Beats by Dr. Dre has always been a household name for music listeners, regardless of their opinion of the brand. Its recent offering is the Beats Mixr On-Ear Headphone, which was touted as the best among other Beats products. The lovechild of David Guetta and Beats by Dr. Dre, it was designed with DJs and party-goers in mind. How it fares with DJs and regular music listeners will be delved into.
Click Here for Latest Offer on Beats Mixr
Enjoy Free Shipping & Secure Shopping
Design and Comfort
In terms of color, Beats Mixr is a tad more colorful than other Beats products. It’s available in the traditional red, white and black as well as five others; blue, orange, green, pink and yellow, all neon. The good news is the neon ones would cost just as much as the regular colors, while still having similar designs and components.
Made from metal, they are claimed to be “the lightest headphones ever”, and that claim stands true. It’s easy to forget having it around your neck at just 0.21 kg. Nonetheless, it is fully capable of withstanding the wears and tears of everyday life. Even when it is twisted in such a way that would strain a normal headphone, there is no fear of the headband snapping. As flexible as a yoga teacher and lightweight, Beats Mixr seems to be the perfect lovechild.
However, comfort seems to be its sore point. Although the ear pads are made from soft leatherette, pain will be felt after a maximum of one hour usage. Its tight fit requires it to be taken off now and again for ear relief. In this respect it fares badly compared to its predecessors, Beats Solo and Beats Studio. Those two are more suitable for continuous usage.
Ear cups that can be rotated up to 270 degrees are Beats Mixr’s claim to fame. For DJs, it will mean hands-free, single-ear monitoring. There’s no need to put a hand over the ear cup to keep it in place as the headphone won’t be falling off your head. For regular music listeners, it will mean that the headphone will fit like it was made for your head and your head only. It’s snug and secure for any type of activity.
It is also graced with the usual inline microphone and control piece to adjust the volume and skip tracks. When tested with Apple gadgets, Beats Mixr seems to be fully compatible with all of them (for iPhones: 3GS and above) – not surprising since it was recommended on the Apple Store itself. Fair warning; Android phones may not produce the same result. One common problem is that whilst the audio would be unaffected, the control piece would not be fully functional. Test it before buying.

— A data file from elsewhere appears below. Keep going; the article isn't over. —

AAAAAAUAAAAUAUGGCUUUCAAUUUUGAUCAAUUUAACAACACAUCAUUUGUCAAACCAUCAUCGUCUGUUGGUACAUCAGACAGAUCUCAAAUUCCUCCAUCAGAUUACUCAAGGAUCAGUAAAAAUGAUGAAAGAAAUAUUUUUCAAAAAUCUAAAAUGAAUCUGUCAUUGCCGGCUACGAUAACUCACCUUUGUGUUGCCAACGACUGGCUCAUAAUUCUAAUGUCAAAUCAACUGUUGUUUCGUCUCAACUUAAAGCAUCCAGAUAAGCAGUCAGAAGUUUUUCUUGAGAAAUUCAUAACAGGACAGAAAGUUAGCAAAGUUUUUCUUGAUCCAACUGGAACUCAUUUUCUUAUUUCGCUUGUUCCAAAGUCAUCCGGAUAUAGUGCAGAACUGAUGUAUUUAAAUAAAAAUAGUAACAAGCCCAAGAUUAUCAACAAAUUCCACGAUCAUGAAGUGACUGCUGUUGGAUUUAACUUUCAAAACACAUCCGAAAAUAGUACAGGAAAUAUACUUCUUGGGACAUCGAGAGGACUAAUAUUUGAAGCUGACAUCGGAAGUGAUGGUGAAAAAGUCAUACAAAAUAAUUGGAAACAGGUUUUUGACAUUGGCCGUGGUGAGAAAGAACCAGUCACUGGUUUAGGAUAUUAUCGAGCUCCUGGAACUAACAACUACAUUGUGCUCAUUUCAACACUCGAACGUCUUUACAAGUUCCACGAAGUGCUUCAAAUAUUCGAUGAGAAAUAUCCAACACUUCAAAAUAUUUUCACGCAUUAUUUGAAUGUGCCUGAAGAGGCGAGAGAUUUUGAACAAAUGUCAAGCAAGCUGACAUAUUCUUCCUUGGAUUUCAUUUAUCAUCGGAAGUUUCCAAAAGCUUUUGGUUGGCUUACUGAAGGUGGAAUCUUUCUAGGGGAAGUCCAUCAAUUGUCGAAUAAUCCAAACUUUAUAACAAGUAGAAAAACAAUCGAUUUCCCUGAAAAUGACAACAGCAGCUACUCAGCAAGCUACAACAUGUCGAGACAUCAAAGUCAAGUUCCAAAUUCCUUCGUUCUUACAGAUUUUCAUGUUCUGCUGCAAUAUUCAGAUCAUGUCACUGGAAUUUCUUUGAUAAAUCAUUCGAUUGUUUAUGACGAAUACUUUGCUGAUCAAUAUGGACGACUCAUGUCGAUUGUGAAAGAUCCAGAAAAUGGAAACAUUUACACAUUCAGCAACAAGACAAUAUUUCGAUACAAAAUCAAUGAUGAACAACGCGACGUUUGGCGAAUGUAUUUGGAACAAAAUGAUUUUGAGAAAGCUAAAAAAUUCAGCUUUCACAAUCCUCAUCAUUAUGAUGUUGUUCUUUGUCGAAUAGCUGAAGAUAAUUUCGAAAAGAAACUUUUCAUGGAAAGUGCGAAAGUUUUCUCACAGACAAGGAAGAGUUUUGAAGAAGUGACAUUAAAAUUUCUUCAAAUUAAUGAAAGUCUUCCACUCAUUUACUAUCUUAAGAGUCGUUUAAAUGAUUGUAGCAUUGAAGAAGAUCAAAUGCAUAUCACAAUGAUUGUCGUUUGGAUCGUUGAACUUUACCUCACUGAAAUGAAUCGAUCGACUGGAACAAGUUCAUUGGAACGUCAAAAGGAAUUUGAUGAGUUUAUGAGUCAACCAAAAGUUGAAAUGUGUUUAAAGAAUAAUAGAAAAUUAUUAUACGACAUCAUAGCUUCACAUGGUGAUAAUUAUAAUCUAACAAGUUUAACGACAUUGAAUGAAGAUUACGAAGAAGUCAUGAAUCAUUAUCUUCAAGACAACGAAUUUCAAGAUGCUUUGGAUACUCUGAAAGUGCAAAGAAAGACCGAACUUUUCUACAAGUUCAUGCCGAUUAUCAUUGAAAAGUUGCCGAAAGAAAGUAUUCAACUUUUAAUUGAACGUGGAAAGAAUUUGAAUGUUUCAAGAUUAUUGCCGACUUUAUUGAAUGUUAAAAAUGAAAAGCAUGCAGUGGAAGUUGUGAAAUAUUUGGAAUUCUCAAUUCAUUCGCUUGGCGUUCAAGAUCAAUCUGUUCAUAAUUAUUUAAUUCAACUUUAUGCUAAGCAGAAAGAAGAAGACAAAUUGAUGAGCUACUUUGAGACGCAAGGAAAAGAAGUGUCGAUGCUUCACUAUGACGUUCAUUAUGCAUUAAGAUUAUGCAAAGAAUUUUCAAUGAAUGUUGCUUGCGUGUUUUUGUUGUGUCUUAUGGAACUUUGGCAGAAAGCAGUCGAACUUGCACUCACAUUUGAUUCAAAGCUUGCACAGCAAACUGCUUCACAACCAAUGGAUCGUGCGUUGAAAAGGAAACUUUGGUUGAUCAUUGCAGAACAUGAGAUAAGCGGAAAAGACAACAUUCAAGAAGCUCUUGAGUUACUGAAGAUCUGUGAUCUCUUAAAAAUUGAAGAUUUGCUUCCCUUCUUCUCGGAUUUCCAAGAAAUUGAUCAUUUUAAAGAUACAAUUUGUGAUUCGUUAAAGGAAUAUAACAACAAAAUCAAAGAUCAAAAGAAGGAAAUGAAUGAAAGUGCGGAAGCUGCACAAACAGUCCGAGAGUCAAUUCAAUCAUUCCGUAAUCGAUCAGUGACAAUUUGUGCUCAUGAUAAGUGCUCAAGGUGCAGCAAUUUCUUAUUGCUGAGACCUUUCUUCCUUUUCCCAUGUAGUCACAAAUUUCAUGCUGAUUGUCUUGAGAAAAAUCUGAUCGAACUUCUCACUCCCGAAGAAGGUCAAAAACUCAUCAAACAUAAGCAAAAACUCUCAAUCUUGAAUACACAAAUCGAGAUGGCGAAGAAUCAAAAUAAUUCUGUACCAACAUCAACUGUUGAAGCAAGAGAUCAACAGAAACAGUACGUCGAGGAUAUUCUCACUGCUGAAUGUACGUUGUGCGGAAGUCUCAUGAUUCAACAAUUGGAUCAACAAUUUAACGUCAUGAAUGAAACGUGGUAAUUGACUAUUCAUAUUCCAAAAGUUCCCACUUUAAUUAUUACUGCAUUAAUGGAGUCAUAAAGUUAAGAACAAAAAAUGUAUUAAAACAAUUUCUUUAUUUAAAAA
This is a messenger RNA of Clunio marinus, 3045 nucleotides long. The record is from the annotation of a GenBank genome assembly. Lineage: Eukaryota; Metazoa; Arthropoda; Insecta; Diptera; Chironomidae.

With dual input and daisy chain connectors, sharing your music is fun and not an awkward affair. A friend can simply plug in a jack to his own headphone and listen in. The ultra-flexible headband is foldable, and with a sturdy carrying case included, ensures that it won’t be squashed in your bag.
No matter what genre of music you listen to, Beats Mixr delivers. From country to rock music, the audio remains impeccable and accurate. The bass sounds deep all the way through, while the high and mid frequencies are maintained. Simply put, the bobbing-your-head factor does not drown out the delicacies of other instruments in the music.
There’s barely any leakage even when music is cranked up to 70%. This can be attributed to the snug fit of the ear pads, which is impressive considering that it is an on-ear headphone instead of a circumaural one (around-ear). Thus, it is an upgrade from the notoriously noisy Beats Studio. Distortion is also pleasantly absent even up to 100%, ensuring accurate reproduction of the music.
Beats Mixr is claimed to be heard over loud parties, specifically those around 100+ decibels. Although this could not be viably tested, it does a pretty good job keeping out ambient noise in a subway ride, which figures around 95 decibels.
The question that everybody would be asking is, would the $250 price tag that comes with the headphone be justified? Audio-wise, Beats Mixr is a solid contender, more so than its predecessors. It provides good noise isolation while still retaining the clarity of the music. So it sounds good, and looks good. However, design-wise, discomfort from its tight fit could be a problem. This can be remedied by stretching the headband over an armrest overnight or as much as you would need to. It seems to ease up after that, making the discomfort a moot point.
The answer is yes, $250 is pretty reasonable if you factor in the Beats name.